New Zealand Journal of Ecology (2012) 36(1): 38- 47

Modelling the distribution of stoats on New Zealand offshore islands

Research Article
Andrew J. Veale 1*
Oliver D. Hannaford 2
James C. Russell 1
Mick N. Clout 1
  1. Biodiversity, Biosecurity and Conservation, School of Biological Sciences, Tamaki Campus, University of Auckland, Private Bag 92019, Auckland 1142, New Zealand
  2. Institute of Information & Mathematical Sciences, Department of Statistics, Massey University Albany, Private Bag 102904, North Shore City 0745, New Zealand
*  Corresponding author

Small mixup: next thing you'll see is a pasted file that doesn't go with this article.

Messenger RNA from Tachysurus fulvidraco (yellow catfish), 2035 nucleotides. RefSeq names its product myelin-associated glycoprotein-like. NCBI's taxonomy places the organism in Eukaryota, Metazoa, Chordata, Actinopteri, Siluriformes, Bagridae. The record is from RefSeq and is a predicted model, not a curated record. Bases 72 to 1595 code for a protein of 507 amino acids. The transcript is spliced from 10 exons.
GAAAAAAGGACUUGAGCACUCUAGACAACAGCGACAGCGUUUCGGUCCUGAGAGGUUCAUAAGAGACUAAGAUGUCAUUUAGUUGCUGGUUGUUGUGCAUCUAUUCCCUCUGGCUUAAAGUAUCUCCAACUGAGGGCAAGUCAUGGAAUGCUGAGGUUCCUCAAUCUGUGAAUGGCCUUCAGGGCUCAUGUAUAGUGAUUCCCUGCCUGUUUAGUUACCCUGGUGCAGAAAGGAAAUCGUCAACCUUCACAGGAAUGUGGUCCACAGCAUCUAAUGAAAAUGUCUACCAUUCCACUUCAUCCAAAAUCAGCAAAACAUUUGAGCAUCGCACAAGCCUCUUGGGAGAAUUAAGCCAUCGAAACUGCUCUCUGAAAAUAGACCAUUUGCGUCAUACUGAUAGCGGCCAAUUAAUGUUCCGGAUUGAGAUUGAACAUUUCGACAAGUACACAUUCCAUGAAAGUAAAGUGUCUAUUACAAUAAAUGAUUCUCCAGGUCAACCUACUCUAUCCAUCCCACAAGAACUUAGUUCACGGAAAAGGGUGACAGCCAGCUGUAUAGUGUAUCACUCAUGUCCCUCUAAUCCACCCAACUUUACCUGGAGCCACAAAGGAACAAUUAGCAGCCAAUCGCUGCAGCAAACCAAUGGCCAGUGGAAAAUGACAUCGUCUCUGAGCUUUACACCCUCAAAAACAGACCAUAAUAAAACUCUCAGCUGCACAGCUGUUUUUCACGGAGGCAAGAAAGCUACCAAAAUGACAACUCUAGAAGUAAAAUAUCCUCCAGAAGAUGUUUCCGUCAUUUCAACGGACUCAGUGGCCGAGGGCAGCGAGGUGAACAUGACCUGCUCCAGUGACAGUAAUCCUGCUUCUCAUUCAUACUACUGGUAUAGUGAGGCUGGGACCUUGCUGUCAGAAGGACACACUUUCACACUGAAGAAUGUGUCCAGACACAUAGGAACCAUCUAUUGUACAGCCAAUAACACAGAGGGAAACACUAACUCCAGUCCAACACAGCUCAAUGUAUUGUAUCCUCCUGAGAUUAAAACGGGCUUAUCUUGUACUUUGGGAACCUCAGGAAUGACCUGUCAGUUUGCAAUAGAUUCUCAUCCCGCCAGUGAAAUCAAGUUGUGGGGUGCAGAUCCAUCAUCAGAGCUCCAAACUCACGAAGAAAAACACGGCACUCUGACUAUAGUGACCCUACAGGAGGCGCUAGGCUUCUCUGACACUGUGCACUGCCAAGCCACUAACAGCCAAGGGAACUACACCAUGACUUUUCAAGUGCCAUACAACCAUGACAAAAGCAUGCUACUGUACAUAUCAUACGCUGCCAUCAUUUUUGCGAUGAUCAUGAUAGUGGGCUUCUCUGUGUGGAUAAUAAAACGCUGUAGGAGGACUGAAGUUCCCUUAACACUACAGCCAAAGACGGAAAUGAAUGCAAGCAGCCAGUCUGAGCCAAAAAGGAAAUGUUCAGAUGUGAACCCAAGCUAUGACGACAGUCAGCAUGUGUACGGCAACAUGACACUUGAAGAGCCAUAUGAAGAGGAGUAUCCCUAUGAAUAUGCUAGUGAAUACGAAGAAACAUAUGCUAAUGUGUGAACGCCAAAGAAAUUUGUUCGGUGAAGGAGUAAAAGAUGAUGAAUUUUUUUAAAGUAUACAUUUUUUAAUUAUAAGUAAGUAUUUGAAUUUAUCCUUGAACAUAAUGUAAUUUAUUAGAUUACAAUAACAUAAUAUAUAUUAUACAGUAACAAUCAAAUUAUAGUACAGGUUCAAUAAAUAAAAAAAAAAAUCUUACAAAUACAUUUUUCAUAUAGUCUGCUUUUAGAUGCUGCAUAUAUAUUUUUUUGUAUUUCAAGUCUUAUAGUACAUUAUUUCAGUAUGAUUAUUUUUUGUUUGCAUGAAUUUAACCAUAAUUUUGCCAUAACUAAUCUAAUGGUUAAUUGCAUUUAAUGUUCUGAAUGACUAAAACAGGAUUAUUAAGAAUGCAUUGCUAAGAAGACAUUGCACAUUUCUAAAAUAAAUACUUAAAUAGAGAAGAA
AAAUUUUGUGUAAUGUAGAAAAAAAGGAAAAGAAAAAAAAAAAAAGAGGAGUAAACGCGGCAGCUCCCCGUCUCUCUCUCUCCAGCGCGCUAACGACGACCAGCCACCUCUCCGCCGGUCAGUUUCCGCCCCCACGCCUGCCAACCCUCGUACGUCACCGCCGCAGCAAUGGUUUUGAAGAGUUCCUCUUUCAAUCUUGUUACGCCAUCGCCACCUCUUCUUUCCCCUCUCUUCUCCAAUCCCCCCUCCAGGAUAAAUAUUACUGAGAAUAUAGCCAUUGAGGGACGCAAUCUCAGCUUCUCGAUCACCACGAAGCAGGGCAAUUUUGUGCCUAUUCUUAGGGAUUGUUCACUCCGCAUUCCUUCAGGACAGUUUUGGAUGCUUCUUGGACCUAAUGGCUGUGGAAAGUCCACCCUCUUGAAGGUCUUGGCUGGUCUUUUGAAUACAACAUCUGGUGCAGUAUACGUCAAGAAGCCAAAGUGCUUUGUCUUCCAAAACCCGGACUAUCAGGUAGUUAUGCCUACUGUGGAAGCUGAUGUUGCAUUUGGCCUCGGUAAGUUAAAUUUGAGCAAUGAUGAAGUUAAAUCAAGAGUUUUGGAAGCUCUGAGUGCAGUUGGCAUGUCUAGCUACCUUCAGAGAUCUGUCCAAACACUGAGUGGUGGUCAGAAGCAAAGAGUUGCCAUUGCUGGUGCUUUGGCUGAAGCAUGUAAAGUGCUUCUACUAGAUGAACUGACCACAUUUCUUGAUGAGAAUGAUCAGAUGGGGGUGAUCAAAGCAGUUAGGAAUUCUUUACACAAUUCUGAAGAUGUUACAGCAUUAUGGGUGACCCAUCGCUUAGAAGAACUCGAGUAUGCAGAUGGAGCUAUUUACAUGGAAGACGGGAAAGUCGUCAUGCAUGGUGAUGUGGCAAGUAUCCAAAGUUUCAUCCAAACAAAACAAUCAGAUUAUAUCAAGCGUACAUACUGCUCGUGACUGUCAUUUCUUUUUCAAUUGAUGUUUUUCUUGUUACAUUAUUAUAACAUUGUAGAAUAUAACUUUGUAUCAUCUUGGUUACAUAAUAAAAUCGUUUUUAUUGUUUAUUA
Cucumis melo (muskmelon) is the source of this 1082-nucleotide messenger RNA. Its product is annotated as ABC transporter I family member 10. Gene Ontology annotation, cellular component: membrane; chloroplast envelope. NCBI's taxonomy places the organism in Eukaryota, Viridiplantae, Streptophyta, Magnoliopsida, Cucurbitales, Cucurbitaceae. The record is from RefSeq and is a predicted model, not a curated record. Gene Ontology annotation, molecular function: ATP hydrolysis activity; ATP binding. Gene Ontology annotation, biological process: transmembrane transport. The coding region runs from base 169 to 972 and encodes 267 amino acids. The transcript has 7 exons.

Establishing the factors that correlate with the distribution of invasive species on islands provides a means of evaluating invasion potential and pathways, and enables the invasion risk for specific areas to be predicted. These island risk profiles then provide a basis for conservation managers to prioritise conservation areas, and to create appropriate monitoring regimes. In New Zealand, stoats (Mustela erminea) are invasive predators responsible for numerous local extinctions of birds, and they present a significant invasion risk for offshore islands. Here we examine the distribution of stoats on New Zealand's offshore islands in order to establish what factors are correlated with their distribution, and predict which islands display a high invasion risk. Data on the distribution of stoats were compiled, along with the characteristics of New Zealand's islands and their settlement history. The distribution of stoats on these islands was regressed on island characteristics using a logistic generalised linear model. Species interactions were examined by including the distribution of a range of other introduced mammalian species. The distribution of stoats was found to be strongly affected by the distance offshore and by the area of the island. No significant correlations with the extent of human settlement or the presence of other animals were detected. The model indicates that the invasibility of islands by stoats has been underestimated. Islands within 1 km of the mainland have a very high stoat invasion risk, which is consistent with known invasions, and for large islands (≥ 500 ha) there remains a significant risk to at least 3 km offshore. This model provides a framework for assessing risks of stoat incursion and makes specific predictions of islands with a significant invasion risk that have not had stoats detected before.